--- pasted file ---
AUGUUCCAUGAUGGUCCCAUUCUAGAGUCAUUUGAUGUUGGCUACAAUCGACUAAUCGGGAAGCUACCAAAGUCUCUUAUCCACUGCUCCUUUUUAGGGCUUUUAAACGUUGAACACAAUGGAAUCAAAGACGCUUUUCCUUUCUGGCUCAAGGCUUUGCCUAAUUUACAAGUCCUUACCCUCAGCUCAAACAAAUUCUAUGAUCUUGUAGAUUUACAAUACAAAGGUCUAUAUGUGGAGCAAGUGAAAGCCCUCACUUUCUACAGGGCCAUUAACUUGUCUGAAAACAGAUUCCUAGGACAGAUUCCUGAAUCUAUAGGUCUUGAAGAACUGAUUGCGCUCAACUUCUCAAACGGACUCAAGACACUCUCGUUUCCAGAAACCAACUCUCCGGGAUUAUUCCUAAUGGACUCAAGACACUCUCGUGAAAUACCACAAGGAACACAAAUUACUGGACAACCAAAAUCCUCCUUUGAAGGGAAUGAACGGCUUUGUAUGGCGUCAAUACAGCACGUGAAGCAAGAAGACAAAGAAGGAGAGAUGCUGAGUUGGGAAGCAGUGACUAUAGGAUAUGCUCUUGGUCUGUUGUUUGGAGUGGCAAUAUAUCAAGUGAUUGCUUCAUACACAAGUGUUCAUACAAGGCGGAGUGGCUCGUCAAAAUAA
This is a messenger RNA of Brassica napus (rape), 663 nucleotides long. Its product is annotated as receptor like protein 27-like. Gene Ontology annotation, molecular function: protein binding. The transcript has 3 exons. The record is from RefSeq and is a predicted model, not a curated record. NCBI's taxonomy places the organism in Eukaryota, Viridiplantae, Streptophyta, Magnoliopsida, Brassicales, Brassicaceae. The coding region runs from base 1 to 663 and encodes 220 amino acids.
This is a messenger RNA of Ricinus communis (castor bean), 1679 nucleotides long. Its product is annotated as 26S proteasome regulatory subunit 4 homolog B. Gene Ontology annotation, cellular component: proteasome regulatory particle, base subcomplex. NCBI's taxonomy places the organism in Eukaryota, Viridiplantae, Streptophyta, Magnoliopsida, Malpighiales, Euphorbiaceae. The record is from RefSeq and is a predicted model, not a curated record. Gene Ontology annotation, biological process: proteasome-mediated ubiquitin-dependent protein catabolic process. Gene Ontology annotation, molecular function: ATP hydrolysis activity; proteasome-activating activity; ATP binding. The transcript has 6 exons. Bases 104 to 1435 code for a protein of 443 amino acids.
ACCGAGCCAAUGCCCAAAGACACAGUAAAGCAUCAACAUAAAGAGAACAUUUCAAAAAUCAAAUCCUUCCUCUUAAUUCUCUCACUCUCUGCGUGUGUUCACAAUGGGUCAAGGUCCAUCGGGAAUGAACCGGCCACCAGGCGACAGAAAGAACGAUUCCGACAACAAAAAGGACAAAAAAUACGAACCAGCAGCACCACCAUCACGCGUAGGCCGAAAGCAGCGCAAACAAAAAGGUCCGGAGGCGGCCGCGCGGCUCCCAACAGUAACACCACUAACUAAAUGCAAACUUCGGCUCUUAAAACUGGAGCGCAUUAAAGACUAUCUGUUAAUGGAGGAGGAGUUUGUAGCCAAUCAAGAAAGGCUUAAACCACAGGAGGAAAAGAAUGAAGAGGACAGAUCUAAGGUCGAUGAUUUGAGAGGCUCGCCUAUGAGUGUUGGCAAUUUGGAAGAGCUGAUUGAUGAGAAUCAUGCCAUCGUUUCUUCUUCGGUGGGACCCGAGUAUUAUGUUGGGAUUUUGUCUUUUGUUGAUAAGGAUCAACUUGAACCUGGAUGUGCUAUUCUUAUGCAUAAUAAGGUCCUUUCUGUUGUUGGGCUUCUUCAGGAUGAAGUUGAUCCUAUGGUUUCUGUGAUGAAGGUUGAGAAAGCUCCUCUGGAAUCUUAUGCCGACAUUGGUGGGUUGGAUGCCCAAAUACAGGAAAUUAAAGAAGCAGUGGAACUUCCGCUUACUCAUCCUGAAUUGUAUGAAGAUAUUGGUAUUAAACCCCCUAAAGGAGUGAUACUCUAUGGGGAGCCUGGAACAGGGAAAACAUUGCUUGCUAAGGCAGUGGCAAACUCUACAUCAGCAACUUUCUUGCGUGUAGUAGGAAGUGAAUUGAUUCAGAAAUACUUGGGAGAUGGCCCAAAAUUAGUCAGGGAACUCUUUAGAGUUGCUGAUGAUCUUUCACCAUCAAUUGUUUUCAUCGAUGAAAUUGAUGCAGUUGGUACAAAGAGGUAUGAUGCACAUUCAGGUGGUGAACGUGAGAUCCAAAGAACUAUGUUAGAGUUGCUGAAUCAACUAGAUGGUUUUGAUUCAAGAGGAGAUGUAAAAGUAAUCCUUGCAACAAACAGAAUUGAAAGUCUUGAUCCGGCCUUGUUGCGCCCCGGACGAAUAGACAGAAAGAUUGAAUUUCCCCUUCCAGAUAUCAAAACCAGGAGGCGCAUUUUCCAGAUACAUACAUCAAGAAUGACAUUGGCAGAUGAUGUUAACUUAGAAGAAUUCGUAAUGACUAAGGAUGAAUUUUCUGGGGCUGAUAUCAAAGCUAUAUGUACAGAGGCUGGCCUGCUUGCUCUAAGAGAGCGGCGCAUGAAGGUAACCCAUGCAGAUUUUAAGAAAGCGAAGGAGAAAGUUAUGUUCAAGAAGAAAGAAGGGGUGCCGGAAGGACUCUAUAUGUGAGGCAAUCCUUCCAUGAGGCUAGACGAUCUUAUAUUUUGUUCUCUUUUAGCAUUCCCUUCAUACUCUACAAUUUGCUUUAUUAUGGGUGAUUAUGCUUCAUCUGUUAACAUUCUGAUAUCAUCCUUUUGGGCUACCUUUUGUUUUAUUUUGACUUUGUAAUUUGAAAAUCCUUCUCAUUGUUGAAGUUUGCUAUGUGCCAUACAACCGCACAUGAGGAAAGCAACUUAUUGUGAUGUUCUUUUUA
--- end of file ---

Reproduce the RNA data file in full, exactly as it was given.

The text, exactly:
AUGUUCCAUGAUGGUCCCAUUCUAGAGUCAUUUGAUGUUGGCUACAAUCGACUAAUCGGGAAGCUACCAAAGUCUCUUAUCCACUGCUCCUUUUUAGGGCUUUUAAACGUUGAACACAAUGGAAUCAAAGACGCUUUUCCUUUCUGGCUCAAGGCUUUGCCUAAUUUACAAGUCCUUACCCUCAGCUCAAACAAAUUCUAUGAUCUUGUAGAUUUACAAUACAAAGGUCUAUAUGUGGAGCAAGUGAAAGCCCUCACUUUCUACAGGGCCAUUAACUUGUCUGAAAACAGAUUCCUAGGACAGAUUCCUGAAUCUAUAGGUCUUGAAGAACUGAUUGCGCUCAACUUCUCAAACGGACUCAAGACACUCUCGUUUCCAGAAACCAACUCUCCGGGAUUAUUCCUAAUGGACUCAAGACACUCUCGUGAAAUACCACAAGGAACACAAAUUACUGGACAACCAAAAUCCUCCUUUGAAGGGAAUGAACGGCUUUGUAUGGCGUCAAUACAGCACGUGAAGCAAGAAGACAAAGAAGGAGAGAUGCUGAGUUGGGAAGCAGUGACUAUAGGAUAUGCUCUUGGUCUGUUGUUUGGAGUGGCAAUAUAUCAAGUGAUUGCUUCAUACACAAGUGUUCAUACAAGGCGGAGUGGCUCGUCAAAAUAA
This is a messenger RNA of Brassica napus (rape), 663 nucleotides long. Its product is annotated as receptor like protein 27-like. Gene Ontology annotation, molecular function: protein binding. The transcript has 3 exons. The record is from RefSeq and is a predicted model, not a curated record. NCBI's taxonomy places the organism in Eukaryota, Viridiplantae, Streptophyta, Magnoliopsida, Brassicales, Brassicaceae. The coding region runs from base 1 to 663 and encodes 220 amino acids.
This is a messenger RNA of Ricinus communis (castor bean), 1679 nucleotides long. Its product is annotated as 26S proteasome regulatory subunit 4 homolog B. Gene Ontology annotation, cellular component: proteasome regulatory particle, base subcomplex. NCBI's taxonomy places the organism in Eukaryota, Viridiplantae, Streptophyta, Magnoliopsida, Malpighiales, Euphorbiaceae. The record is from RefSeq and is a predicted model, not a curated record. Gene Ontology annotation, biological process: proteasome-mediated ubiquitin-dependent protein catabolic process. Gene Ontology annotation, molecular function: ATP hydrolysis activity; proteasome-activating activity; ATP binding. The transcript has 6 exons. Bases 104 to 1435 code for a protein of 443 amino acids.
ACCGAGCCAAUGCCCAAAGACACAGUAAAGCAUCAACAUAAAGAGAACAUUUCAAAAAUCAAAUCCUUCCUCUUAAUUCUCUCACUCUCUGCGUGUGUUCACAAUGGGUCAAGGUCCAUCGGGAAUGAACCGGCCACCAGGCGACAGAAAGAACGAUUCCGACAACAAAAAGGACAAAAAAUACGAACCAGCAGCACCACCAUCACGCGUAGGCCGAAAGCAGCGCAAACAAAAAGGUCCGGAGGCGGCCGCGCGGCUCCCAACAGUAACACCACUAACUAAAUGCAAACUUCGGCUCUUAAAACUGGAGCGCAUUAAAGACUAUCUGUUAAUGGAGGAGGAGUUUGUAGCCAAUCAAGAAAGGCUUAAACCACAGGAGGAAAAGAAUGAAGAGGACAGAUCUAAGGUCGAUGAUUUGAGAGGCUCGCCUAUGAGUGUUGGCAAUUUGGAAGAGCUGAUUGAUGAGAAUCAUGCCAUCGUUUCUUCUUCGGUGGGACCCGAGUAUUAUGUUGGGAUUUUGUCUUUUGUUGAUAAGGAUCAACUUGAACCUGGAUGUGCUAUUCUUAUGCAUAAUAAGGUCCUUUCUGUUGUUGGGCUUCUUCAGGAUGAAGUUGAUCCUAUGGUUUCUGUGAUGAAGGUUGAGAAAGCUCCUCUGGAAUCUUAUGCCGACAUUGGUGGGUUGGAUGCCCAAAUACAGGAAAUUAAAGAAGCAGUGGAACUUCCGCUUACUCAUCCUGAAUUGUAUGAAGAUAUUGGUAUUAAACCCCCUAAAGGAGUGAUACUCUAUGGGGAGCCUGGAACAGGGAAAACAUUGCUUGCUAAGGCAGUGGCAAACUCUACAUCAGCAACUUUCUUGCGUGUAGUAGGAAGUGAAUUGAUUCAGAAAUACUUGGGAGAUGGCCCAAAAUUAGUCAGGGAACUCUUUAGAGUUGCUGAUGAUCUUUCACCAUCAAUUGUUUUCAUCGAUGAAAUUGAUGCAGUUGGUACAAAGAGGUAUGAUGCACAUUCAGGUGGUGAACGUGAGAUCCAAAGAACUAUGUUAGAGUUGCUGAAUCAACUAGAUGGUUUUGAUUCAAGAGGAGAUGUAAAAGUAAUCCUUGCAACAAACAGAAUUGAAAGUCUUGAUCCGGCCUUGUUGCGCCCCGGACGAAUAGACAGAAAGAUUGAAUUUCCCCUUCCAGAUAUCAAAACCAGGAGGCGCAUUUUCCAGAUACAUACAUCAAGAAUGACAUUGGCAGAUGAUGUUAACUUAGAAGAAUUCGUAAUGACUAAGGAUGAAUUUUCUGGGGCUGAUAUCAAAGCUAUAUGUACAGAGGCUGGCCUGCUUGCUCUAAGAGAGCGGCGCAUGAAGGUAACCCAUGCAGAUUUUAAGAAAGCGAAGGAGAAAGUUAUGUUCAAGAAGAAAGAAGGGGUGCCGGAAGGACUCUAUAUGUGAGGCAAUCCUUCCAUGAGGCUAGACGAUCUUAUAUUUUGUUCUCUUUUAGCAUUCCCUUCAUACUCUACAAUUUGCUUUAUUAUGGGUGAUUAUGCUUCAUCUGUUAACAUUCUGAUAUCAUCCUUUUGGGCUACCUUUUGUUUUAUUUUGACUUUGUAAUUUGAAAAUCCUUCUCAUUGUUGAAGUUUGCUAUGUGCCAUACAACCGCACAUGAGGAAAGCAACUUAUUGUGAUGUUCUUUUUA